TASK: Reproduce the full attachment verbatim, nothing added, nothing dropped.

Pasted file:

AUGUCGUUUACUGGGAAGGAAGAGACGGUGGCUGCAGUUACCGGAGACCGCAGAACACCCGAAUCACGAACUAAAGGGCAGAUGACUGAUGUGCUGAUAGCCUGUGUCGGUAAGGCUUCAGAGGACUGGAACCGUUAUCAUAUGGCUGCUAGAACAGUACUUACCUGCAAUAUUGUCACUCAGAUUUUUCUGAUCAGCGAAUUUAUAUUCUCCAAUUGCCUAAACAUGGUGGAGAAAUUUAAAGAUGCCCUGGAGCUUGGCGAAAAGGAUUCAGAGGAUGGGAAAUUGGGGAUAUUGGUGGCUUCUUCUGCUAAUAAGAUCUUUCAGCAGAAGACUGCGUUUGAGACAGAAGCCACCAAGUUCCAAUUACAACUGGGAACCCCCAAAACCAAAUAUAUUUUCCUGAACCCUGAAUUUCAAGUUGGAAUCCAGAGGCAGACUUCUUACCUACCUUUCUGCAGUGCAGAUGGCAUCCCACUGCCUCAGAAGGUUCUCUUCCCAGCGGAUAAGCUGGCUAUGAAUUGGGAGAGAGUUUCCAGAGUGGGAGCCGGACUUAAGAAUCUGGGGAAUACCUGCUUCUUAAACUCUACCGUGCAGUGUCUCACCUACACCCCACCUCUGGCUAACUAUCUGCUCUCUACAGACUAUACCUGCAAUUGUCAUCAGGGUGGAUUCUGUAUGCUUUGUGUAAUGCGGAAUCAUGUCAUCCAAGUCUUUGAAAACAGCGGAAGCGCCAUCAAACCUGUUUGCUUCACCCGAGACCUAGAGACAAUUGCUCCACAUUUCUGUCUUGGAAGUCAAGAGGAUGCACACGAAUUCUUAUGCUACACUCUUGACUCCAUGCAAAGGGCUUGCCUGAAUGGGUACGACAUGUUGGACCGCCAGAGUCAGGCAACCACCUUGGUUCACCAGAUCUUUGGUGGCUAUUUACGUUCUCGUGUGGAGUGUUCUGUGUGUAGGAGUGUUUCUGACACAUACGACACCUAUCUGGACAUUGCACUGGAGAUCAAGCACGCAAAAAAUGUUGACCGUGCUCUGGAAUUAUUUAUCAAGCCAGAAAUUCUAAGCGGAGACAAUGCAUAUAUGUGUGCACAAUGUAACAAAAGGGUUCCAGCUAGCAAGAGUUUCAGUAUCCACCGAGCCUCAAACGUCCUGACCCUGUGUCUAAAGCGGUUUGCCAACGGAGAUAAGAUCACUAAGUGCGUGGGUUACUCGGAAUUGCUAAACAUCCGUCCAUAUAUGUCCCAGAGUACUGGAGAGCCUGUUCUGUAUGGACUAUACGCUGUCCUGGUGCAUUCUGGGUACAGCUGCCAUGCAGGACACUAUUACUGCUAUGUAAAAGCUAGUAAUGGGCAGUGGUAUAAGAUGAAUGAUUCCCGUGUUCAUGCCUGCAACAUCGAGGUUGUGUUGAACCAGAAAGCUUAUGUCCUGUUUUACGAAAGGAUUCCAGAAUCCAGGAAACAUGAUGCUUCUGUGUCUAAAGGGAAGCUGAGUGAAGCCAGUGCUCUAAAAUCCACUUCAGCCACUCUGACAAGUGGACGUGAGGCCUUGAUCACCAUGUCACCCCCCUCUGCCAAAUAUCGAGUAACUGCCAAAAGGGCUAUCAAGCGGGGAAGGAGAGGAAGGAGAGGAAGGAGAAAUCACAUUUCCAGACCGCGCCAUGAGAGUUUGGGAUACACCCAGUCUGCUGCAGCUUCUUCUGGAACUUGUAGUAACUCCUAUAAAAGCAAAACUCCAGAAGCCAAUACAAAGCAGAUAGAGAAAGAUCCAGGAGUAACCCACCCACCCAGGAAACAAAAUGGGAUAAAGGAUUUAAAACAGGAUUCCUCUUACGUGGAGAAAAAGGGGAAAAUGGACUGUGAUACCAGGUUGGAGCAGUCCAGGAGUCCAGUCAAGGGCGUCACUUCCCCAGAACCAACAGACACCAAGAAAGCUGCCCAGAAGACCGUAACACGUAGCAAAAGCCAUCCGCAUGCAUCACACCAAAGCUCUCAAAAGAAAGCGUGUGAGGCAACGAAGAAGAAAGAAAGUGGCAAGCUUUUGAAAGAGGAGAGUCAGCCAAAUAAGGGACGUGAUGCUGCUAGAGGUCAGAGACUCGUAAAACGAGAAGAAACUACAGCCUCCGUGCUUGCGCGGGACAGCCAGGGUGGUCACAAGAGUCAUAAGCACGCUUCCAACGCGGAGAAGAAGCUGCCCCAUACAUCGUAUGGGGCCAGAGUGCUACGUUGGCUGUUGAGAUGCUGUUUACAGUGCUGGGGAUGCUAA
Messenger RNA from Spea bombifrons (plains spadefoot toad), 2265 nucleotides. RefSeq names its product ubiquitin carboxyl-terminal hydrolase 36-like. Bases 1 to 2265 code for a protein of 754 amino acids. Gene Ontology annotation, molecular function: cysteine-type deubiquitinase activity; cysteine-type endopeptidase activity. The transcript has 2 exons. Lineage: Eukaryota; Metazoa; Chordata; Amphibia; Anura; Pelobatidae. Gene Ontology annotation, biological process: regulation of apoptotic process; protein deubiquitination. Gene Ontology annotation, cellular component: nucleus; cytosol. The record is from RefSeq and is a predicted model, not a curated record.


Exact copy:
AUGUCGUUUACUGGGAAGGAAGAGACGGUGGCUGCAGUUACCGGAGACCGCAGAACACCCGAAUCACGAACUAAAGGGCAGAUGACUGAUGUGCUGAUAGCCUGUGUCGGUAAGGCUUCAGAGGACUGGAACCGUUAUCAUAUGGCUGCUAGAACAGUACUUACCUGCAAUAUUGUCACUCAGAUUUUUCUGAUCAGCGAAUUUAUAUUCUCCAAUUGCCUAAACAUGGUGGAGAAAUUUAAAGAUGCCCUGGAGCUUGGCGAAAAGGAUUCAGAGGAUGGGAAAUUGGGGAUAUUGGUGGCUUCUUCUGCUAAUAAGAUCUUUCAGCAGAAGACUGCGUUUGAGACAGAAGCCACCAAGUUCCAAUUACAACUGGGAACCCCCAAAACCAAAUAUAUUUUCCUGAACCCUGAAUUUCAAGUUGGAAUCCAGAGGCAGACUUCUUACCUACCUUUCUGCAGUGCAGAUGGCAUCCCACUGCCUCAGAAGGUUCUCUUCCCAGCGGAUAAGCUGGCUAUGAAUUGGGAGAGAGUUUCCAGAGUGGGAGCCGGACUUAAGAAUCUGGGGAAUACCUGCUUCUUAAACUCUACCGUGCAGUGUCUCACCUACACCCCACCUCUGGCUAACUAUCUGCUCUCUACAGACUAUACCUGCAAUUGUCAUCAGGGUGGAUUCUGUAUGCUUUGUGUAAUGCGGAAUCAUGUCAUCCAAGUCUUUGAAAACAGCGGAAGCGCCAUCAAACCUGUUUGCUUCACCCGAGACCUAGAGACAAUUGCUCCACAUUUCUGUCUUGGAAGUCAAGAGGAUGCACACGAAUUCUUAUGCUACACUCUUGACUCCAUGCAAAGGGCUUGCCUGAAUGGGUACGACAUGUUGGACCGCCAGAGUCAGGCAACCACCUUGGUUCACCAGAUCUUUGGUGGCUAUUUACGUUCUCGUGUGGAGUGUUCUGUGUGUAGGAGUGUUUCUGACACAUACGACACCUAUCUGGACAUUGCACUGGAGAUCAAGCACGCAAAAAAUGUUGACCGUGCUCUGGAAUUAUUUAUCAAGCCAGAAAUUCUAAGCGGAGACAAUGCAUAUAUGUGUGCACAAUGUAACAAAAGGGUUCCAGCUAGCAAGAGUUUCAGUAUCCACCGAGCCUCAAACGUCCUGACCCUGUGUCUAAAGCGGUUUGCCAACGGAGAUAAGAUCACUAAGUGCGUGGGUUACUCGGAAUUGCUAAACAUCCGUCCAUAUAUGUCCCAGAGUACUGGAGAGCCUGUUCUGUAUGGACUAUACGCUGUCCUGGUGCAUUCUGGGUACAGCUGCCAUGCAGGACACUAUUACUGCUAUGUAAAAGCUAGUAAUGGGCAGUGGUAUAAGAUGAAUGAUUCCCGUGUUCAUGCCUGCAACAUCGAGGUUGUGUUGAACCAGAAAGCUUAUGUCCUGUUUUACGAAAGGAUUCCAGAAUCCAGGAAACAUGAUGCUUCUGUGUCUAAAGGGAAGCUGAGUGAAGCCAGUGCUCUAAAAUCCACUUCAGCCACUCUGACAAGUGGACGUGAGGCCUUGAUCACCAUGUCACCCCCCUCUGCCAAAUAUCGAGUAACUGCCAAAAGGGCUAUCAAGCGGGGAAGGAGAGGAAGGAGAGGAAGGAGAAAUCACAUUUCCAGACCGCGCCAUGAGAGUUUGGGAUACACCCAGUCUGCUGCAGCUUCUUCUGGAACUUGUAGUAACUCCUAUAAAAGCAAAACUCCAGAAGCCAAUACAAAGCAGAUAGAGAAAGAUCCAGGAGUAACCCACCCACCCAGGAAACAAAAUGGGAUAAAGGAUUUAAAACAGGAUUCCUCUUACGUGGAGAAAAAGGGGAAAAUGGACUGUGAUACCAGGUUGGAGCAGUCCAGGAGUCCAGUCAAGGGCGUCACUUCCCCAGAACCAACAGACACCAAGAAAGCUGCCCAGAAGACCGUAACACGUAGCAAAAGCCAUCCGCAUGCAUCACACCAAAGCUCUCAAAAGAAAGCGUGUGAGGCAACGAAGAAGAAAGAAAGUGGCAAGCUUUUGAAAGAGGAGAGUCAGCCAAAUAAGGGACGUGAUGCUGCUAGAGGUCAGAGACUCGUAAAACGAGAAGAAACUACAGCCUCCGUGCUUGCGCGGGACAGCCAGGGUGGUCACAAGAGUCAUAAGCACGCUUCCAACGCGGAGAAGAAGCUGCCCCAUACAUCGUAUGGGGCCAGAGUGCUACGUUGGCUGUUGAGAUGCUGUUUACAGUGCUGGGGAUGCUAA
Messenger RNA from Spea bombifrons (plains spadefoot toad), 2265 nucleotides. RefSeq names its product ubiquitin carboxyl-terminal hydrolase 36-like. Bases 1 to 2265 code for a protein of 754 amino acids. Gene Ontology annotation, molecular function: cysteine-type deubiquitinase activity; cysteine-type endopeptidase activity. The transcript has 2 exons. Lineage: Eukaryota; Metazoa; Chordata; Amphibia; Anura; Pelobatidae. Gene Ontology annotation, biological process: regulation of apoptotic process; protein deubiquitination. Gene Ontology annotation, cellular component: nucleus; cytosol. The record is from RefSeq and is a predicted model, not a curated record.